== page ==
Neill v. Experian Information Solutions Incorporated et al

Filing 61

ORDER: Defendant Trans Union LLC's Motion for Judgment on the Pleadings 39 is denied. Defendant Experian Information Solutions, Inc.'s Motion for Judgment on the Pleadings 41 is denied. Plaintiff's Motion for Leave to File a Second Amended Complaint 50 is granted. Plaintiff shall file the Second Amended Complaint on the docket by September 6, 2017. Signed by Judge John J Tuchi on 8/31/2017. (REK)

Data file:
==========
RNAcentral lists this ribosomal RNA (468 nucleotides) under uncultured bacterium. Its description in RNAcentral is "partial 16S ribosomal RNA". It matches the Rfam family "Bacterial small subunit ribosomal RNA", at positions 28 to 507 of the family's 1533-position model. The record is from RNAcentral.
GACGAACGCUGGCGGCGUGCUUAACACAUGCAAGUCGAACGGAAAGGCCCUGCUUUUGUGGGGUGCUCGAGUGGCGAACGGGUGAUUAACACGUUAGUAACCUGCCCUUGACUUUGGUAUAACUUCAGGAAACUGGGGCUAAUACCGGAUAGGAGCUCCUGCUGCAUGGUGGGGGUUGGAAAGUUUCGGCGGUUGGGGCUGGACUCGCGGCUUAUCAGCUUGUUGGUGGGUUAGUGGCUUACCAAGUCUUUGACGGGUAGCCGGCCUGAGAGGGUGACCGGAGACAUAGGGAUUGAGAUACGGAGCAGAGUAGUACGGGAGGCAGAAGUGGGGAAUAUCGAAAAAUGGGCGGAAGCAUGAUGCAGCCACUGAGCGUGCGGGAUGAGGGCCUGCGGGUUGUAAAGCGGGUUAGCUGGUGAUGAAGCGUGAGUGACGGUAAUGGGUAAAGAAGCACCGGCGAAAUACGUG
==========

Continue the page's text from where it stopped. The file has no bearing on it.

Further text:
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1 WO NOT FOR PUBLICATION 2 3 4 5 6 IN THE UNITED STATES DISTRICT COURT 7 FOR THE DISTRICT OF ARIZONA 8 9 Patrick Neill, No. CV-16-04326-PHX-JJT Plaintiff, 10 11 v. 12 ORDER Experian Information Solutions, Inc., et al., 13 Defendants. 14 15 At issue is Defendant Trans Union, LLC’s (“Trans Union”) Motion for Judgment 16 on the Pleadings (Doc. 39, Mot. for J. on the Pleadings (“MJOP”)), to which Plaintiff 17 Patrick Neill filed a Response (Doc. 51, Resp.) and Trans Union filed a Reply (Doc. 52). 18 Defendant Experian Information Solutions, Inc. (“Experian”) joined in Trans Union’s 19 Motion (Doc. 41) and also filed a Reply (Doc. 53). On the same day as he filed the 20 Response to Trans Union’s Motion, Plaintiff also filed a Motion for Leave to File a 21 Second Amended Complaint (Doc. 50), to which Trans Union filed a Response (Doc. 54) 22 and Plaintiff filed a Reply (Doc. 55). For the reasons set forth below, the Court will deny 23 Defendants’ Motion under Federal Rule of Civil Procedure 12(c) and grant Plaintiff’s 24 Motion under Federal Rule of Civil Procedure 15. 25 I. BACKGROUND 26 In September 2014, Plaintiff signed a one-year residential lease ending on 27 September 1, 2015, with Park Kiely apartments. (Doc. 16, First Am. Compl. (“FAC”) 28 ¶ 5.) In August 2015, Plaintiff informed the Park Kiely leasing office that he would not 1 1 renew his lease. (FAC ¶ 6.) On August 30, 2015, Plaintiff signed a Resident’s Notice of 2 Intent to Vacate. (FAC ¶ 7.) The notice included the following provision: “I understand 3 that I am NOT giving the required written notice and acknowledge that necessary 4 deductions will be made from my security deposit and other fees may be due under the 5 term of my lease.” (FAC ¶ 7.) However, the original lease did not require Plaintiff to 6 submit a written notice to end the lease. (FAC ¶ 8.) 7 In October 2016, Plaintiff obtained his credit files from Defendants. Both files 8 listed a debt owed to Park Kiely of $6,509.00. (FAC ¶ 9.) On October 25, 2016, Plaintiff 9 submitted letters to both Defendants disputing the Park Kiely debt. (FAC ¶ 10.) In 10 November, Plaintiff received the investigation results from both Defendants. (FAC ¶¶ 12- 11 13.) The Trans Union file listed a debt owed to Park Kiely of $6,509.00, and the Experian 12 file listed a debt owed to Park Kiely of $6,543.00. (FAC ¶¶ 12-13.) 13 In the FAC, the operative pleading, Plaintiff asserts various violations of the Fair 14 Credit Reporting Act, 15 U.S.C. § 1681 et seq. (“FCRA”), against Defendants. 15 Defendants now move for judgment on the pleadings based on Plaintiff’s failure to 16 sufficiently plead his claims. (Docs. 39, 41.) 17 In response, although he contests Defendants’ Motion, Plaintiff filed a Motion for 18 Leave to File a Second Amended Complaint. (Doc. 50.) In relevant part, the proposed 19 Second Amended Complaint (“SAC”) adds an allegation related to Plaintiff’s claims that 20 Defendants failed to follow reasonable procedures in preparing an accurate credit report 21 in violation of 15 U.S.C. § 1681e(b) and Defendants violated § 1681i by failing to 22 conduct reasonable reinvestigations to determine the accuracy of Plaintiff’s disputed debt 23 information. 24 II. LEGAL STANDARDS 25 Rule 12(c) permits a party to move for judgment on the pleadings “[a]fter the 26 pleadings are closed but within such time as not to delay the trial.” A Rule 12(c) motion 27 is functionally identical to a Rule 12(b) motion to dismiss for failure to state a claim, and 28 2 1 the same legal standard applies to both motions. Dworkin v. Hustler Magazine, Inc., 867 2 F.2d 1188, 1192 (9th Cir. 1989). 3 Specifically, a complaint must include “only ‘a short and plain statement of the 4 claim showing that the pleader is entitled to relief,’ in order to ‘give the defendant fair 5 notice of what the . . . claim is and the grounds upon which it rests.’” Bell Atl. Corp. v. 6 Twombly, 550 U.S. 544, 555 (2007) (quoting Conley v. Gibson, 355 U.S. 41, 47 (1957)); 7 see also Fed. R. Civ. P. 8(a). A dismissal for failure to state a claim can be based on either 8 (1) the lack of a cognizable legal theory or (2) insufficient facts to support a cognizable 9 legal claim. Balistreri v. Pacifica Police Dep’t, 901 F.2d 696, 699 (9th Cir. 1990). “While a 10 complaint attacked by a Rule 12(b)(6) motion does not need detailed factual allegations, a 11 plaintiff’s obligation to provide the ‘grounds’ of his ‘entitle[ment] to relief’ requires more 12 than labels and conclusions, and a formulaic recitation of the elements of a cause of action 13 will not do.” Twombly, 550 U.S. at 555 (citations omitted). The complaint must thus 14 contain “sufficient factual matter, accepted as true, to ‘state a claim to relief that is 15 plausible on its face.’” Ashcroft v. Iqbal, 556 U.S. 662, 678 (2009) (quoting Twombly, 550 16 U.S. at 570). 17 “Rule 15(a) declares that leave to amend shall be freely given when justice so 18 requires.” Foman v. Davis, 371 U.S. 178, 182 (1962) (citation and internal quotation 19 marks omitted). “In exercising its discretion with regard to the amendment of pleadings, a 20 court must be guided by the underlying purpose of Rule 15–to facilitate a decision on the 21 merits rather than on the pleadings or technicalities.” Eldridge v. Block, 832 F.2d 1132, 22 1135 (9th Cir. 1987) (citation and internal quotation marks omitted). 23 However, the policy in favor of allowing amendments is subject to limitations. 24 After a defendant files a responsive pleading, leave to amend is not appropriate if the 25 “amendment would cause prejudice to the opposing party, is sought in bad faith, is futile, 26 or creates undue delay.” Madeja v. Olympic Packers, 310 F.3d 628, 636 (9th Cir. 2002) 27 (citation and internal quotation marks omitted). “Futility alone can justify the denial of a 28 motion for leave to amend.” Nunes v. Ashcroft, 375 F.3d 805, 808 (9th Cir. 2003). 3 1 III. ANALYSIS 2 Congress enacted the FCRA to ensure fair and accurate credit reporting, to 3 promote efficiency in the banking system, and to protect consumer privacy. Gorman v. 4 Wolpoff & Abramson, LLP, 584 F.3d 1147, 1153 (9th Cir. 2009). 5 A prerequisite for bringing a claim against a credit reporting agency under either 6 § 1681e or § 1681i is evidence of an inaccuracy in the credit report. Guimond v. Trans 7 Union Credit Info. Co., 45 F.3d 1329, 1333 (9th Cir. 1995); see also Carvalho v. Equifax 8 Info. Servs., LLC, 629 F.3d 876, 890 (9th Cir. 2010) (“Although the FCRA’s 9 reinvestigation provision, 15 U.S.C. § 1681i, does not on its face require that an actual 10 inaccuracy exist for a plaintiff to state a claim, many courts, including our own, have 11 imposed such a requirement.”) 12 A. 13 “In order to make out a prima facie violation under § 1681e(b), a consumer must 14 present evidence tending to show that a credit reporting agency prepared a report 15 containing inaccurate information.” Guimond, 45 F.3d at 1333; see also Loomis v. U.S. 16 Bank Home Mortg., 912 F. Supp. 2d 848, 855 (D. Ariz. 2012). Because the FCRA does 17 not impose strict liability based on an inaccurate report, Defendants can escape liability 18 by showing that they followed reasonable procedures in preparing the report. Guimond, 19 45 F.3d at 1333. However, “reasonableness of the procedures and whether the agency 20 followed them will be jury questions in the overwhelming majority of cases.” Id. Accuracy of Report 21 Defendants first move for judgment on the pleadings because the credit file 22 Plaintiff obtained from Defendants was not a “consumer report” within the meaning of 23 the statute. (MJOP at 5–6.) Relying on the definition in §1681a(d), Defendants claim that 24 in order to qualify as a “consumer report” for purposes of § 1681e liability, the report 25 must be delivered to a third party. Defendants cite to cases from the Eleventh and 26 Seventh Circuits to argue that “a ‘consumer report’ is different from a consumer 27 disclosure that is provided to a consumer as record of his own credit file,” and “there 28 cannot be a consumer report without delivery to a third party.” (MJOP at 5–6.) 4 1 However, the statute does not explicitly require delivery to a third party in order to 2 be a “consumer report.” See § 1681a(d). Rather, a consumer report is “any written, oral, 3 or other communication . . . bearing on a consumer’s credit worthiness . . . which is used 4 or expected to be used . . . for credit or insurance . . . purposes [or] employment 5 purposes.” Id. Cases in this District have declined to follow the interpretation that a 6 consumer report differs from a file pulled for the consumer’s own records. See, e.g., 7 Cairns v. GMAC Mortg. Corp., No. CV-04–1840–PHX–SMM, 2007 WL 735564, at *3 8 (D. Ariz. Mar. 5, 2007). Indeed, the Ninth Circuit has indicated its disapproval of the idea 9 that a consumer report necessitates delivery to a third party. See Guimond, 45 F.3d at 10 1333 (“[W]e find that a failure to comply with §1681e(b) is actionable even absent a 11 denial of credit. Accordingly, the district court erred in finding that any liability under 12 § 1681e(b) was predicated, as a matter of law, on the occurrence of some event—denial 13 of credit or transmission of the report to third parties.”) (emphasis added). Further, the 14 statutory definition states that a consumer report is one that is expected to be used for 15 credit or employment purposes. Plaintiff could pull his file for any number of reasons to 16 establish credit, without requiring Defendants to deliver the report directly to a third 17 party. 18 Because Plaintiff sufficiently alleged that Defendants prepared an inaccurate 19 report, Plaintiff has presented a prima facie violation under § 1681e. Under Guimond, the 20 fact-finder generally determines whether Defendants followed reasonable procedures in 21 preparing the credit files. Accordingly, the Court denies Defendants’ Motion with respect 22 to § 1681e. 23 B. Reasonable Reinvestigation 24 Defendants also contend that Plaintiff did not sufficiently allege that they failed to 25 conduct reasonable reinvestigations under § 1681i. (MJOP at 6.) Under the Federal 26 Rules’ standard for pleading, a court may dismiss a complaint only if the allegations are 27 insufficient to plausibly state a claim. Iqbal, 556 U.S. at 678. To state an FCRA claim, a 28 consumer first needs to allege facts supporting an inference that the consumer reporting 5 1 agency prepared an inaccurate report, Baker v. Trans Union LLC, No. CV-10-8038-PHX- 2 NVW, 2010 WL 2104622, at *4 (D. Ariz. May 25, 2010), which Plaintiff has done. 3 Though the Court notes that Plaintiff’s allegations are not extensively detailed, the 4 Court is satisfied that the allegations are sufficient to plausibly state a §1681i claim. 5 Defendants contend the alleged facts do not provide enough information to show that 6 they did not conduct reasonable reinvestigations; however, Plaintiff is not required to 7 prove his case in the Complaint. See Iqbal, 556 U.S. at 677–78. While Plaintiff may not 8 have all the evidence necessary at this point to prove his case—and indeed Plaintiff is 9 faced with the problem of alleging what did not happen—Plaintiff has alleged sufficient 10 facts to support an inference that Defendants did not conduct reasonable reinvestigations 11 under § 1681i. For example, from the allegation that Plaintiff contacted Defendants but 12 their reinvestigation results continued to state that Plaintiff owed the Park Kiely debt, the 13 Court can infer Defendants may not have reasonably conducted the reinvestigations. 14 Because the Court finds that Plaintiff has pled sufficient facts to support his claim 15 that Defendants did not conduct reasonable reinvestigations, the Court denies 16 Defendants’ Motion with respect to § 1681i. 17 C. Collateral Attack on the Underlying Debt 18 Lastly, Defendants rely on Carvalho to argue that Plaintiff’s claims constitute a 19 collateral attack on the underlying debt, and that the FCRA “is not the proper vehicle for 20 collaterally attacking the legal validity of debt appearing on the consumer report.” (MJOP 21 at 4.) 22 As Plaintiff notes in his Response, the facts of Carvalho materially differ from the 23 allegations in the case at bar. (Resp. at 5.) In Carvalho, the plaintiff obtained medical 24 services from Bayside Medical Group. 629 F.3d at 882. The plaintiff had signed an 25 agreement that stated she be would be responsible for payment in the event that her 26 insurance company did not pay. Id. Neither she nor her insurance company ever remitted 27 payment for the services. Id. The debt later appeared on the plaintiff’s credit report. Id. 28 6 1 In her dispute letters to the credit reporting agencies, the plaintiff alleged that it 2 was her insurance company who “wrongfully refused to pay” the medical bill. Id. Later, 3 she argued Bayside “failed to timely and properly” bill her insurer. Id. at 883. The crux of 4 the plaintiff’s argument, therefore, was not that the information reported was 5 inaccurate—the plaintiff herself admitted that it was technically accurate—but rather that 6 it was “misleading because she was not legally obligated to pay Bayside until Bayside 7 had properly billed her insurer.” Id. at 891. 8 The court in Carvalho granted summary judgment because the plaintiff failed to 9 establish a requisite element of a prima facie reinvestigation claim: inaccuracy. Id. at 892. 10 Here, Plaintiff has sufficiently alleged that Defendants reported inaccurate information on 11 his credit files. The question remaining is whether Defendants were reasonable in their 12 preparation of those files and their reinvestigations of the disputed information. 13 Further, under Defendants’ reading of the statute, any alleged violation of § 1681i 14 would constitute a collateral attack on the underlying debt. The purpose of the statute and 15 the consumer protections FCRA seeks to ensure would be eviscerated if the Court were to 16 adopt Defendants’ interpretation. Accordingly, the Court rejects Defendants’ argument 17 that Plaintiff’s claim serves only as a collateral attack on the underlying debt. 18 D. 19 In his Motion to Amend, Plaintiff seeks only to add one allegation to the FAC. As 20 indicated above, the addition of this allegation is not futile. The Court therefore grants 21 Plaintiff’s Motion to Amend under Rule 15(a). 22 23 Motion to Amend IT IS THEREFORE ORDERED denying Defendant Trans Union LLC’s Motion for Judgment on the Pleadings (Doc. 39). 24 IT IS FURTHER ORDERED denying Defendant Experian Information 25 Solutions, Inc.’s Motion for Judgment on the Pleadings (Doc. 41). 26 .... 27 .... 28 .... 7 1 IT IS FURTHER ORDERED granting Plaintiff’s Motion for Leave to File a 2 Second Amended Complaint (Doc. 50). Plaintiff shall file the Second Amended 3 Complaint on the docket by September 6, 2017. 4 Dated this 31st day of August, 2017. 5 6 7 Honorable John J. Tuchi United States District Judge 8 9 10 11 12 13 14 15 16 17 18 19 20 21 22 23 24 25 26 27 28 8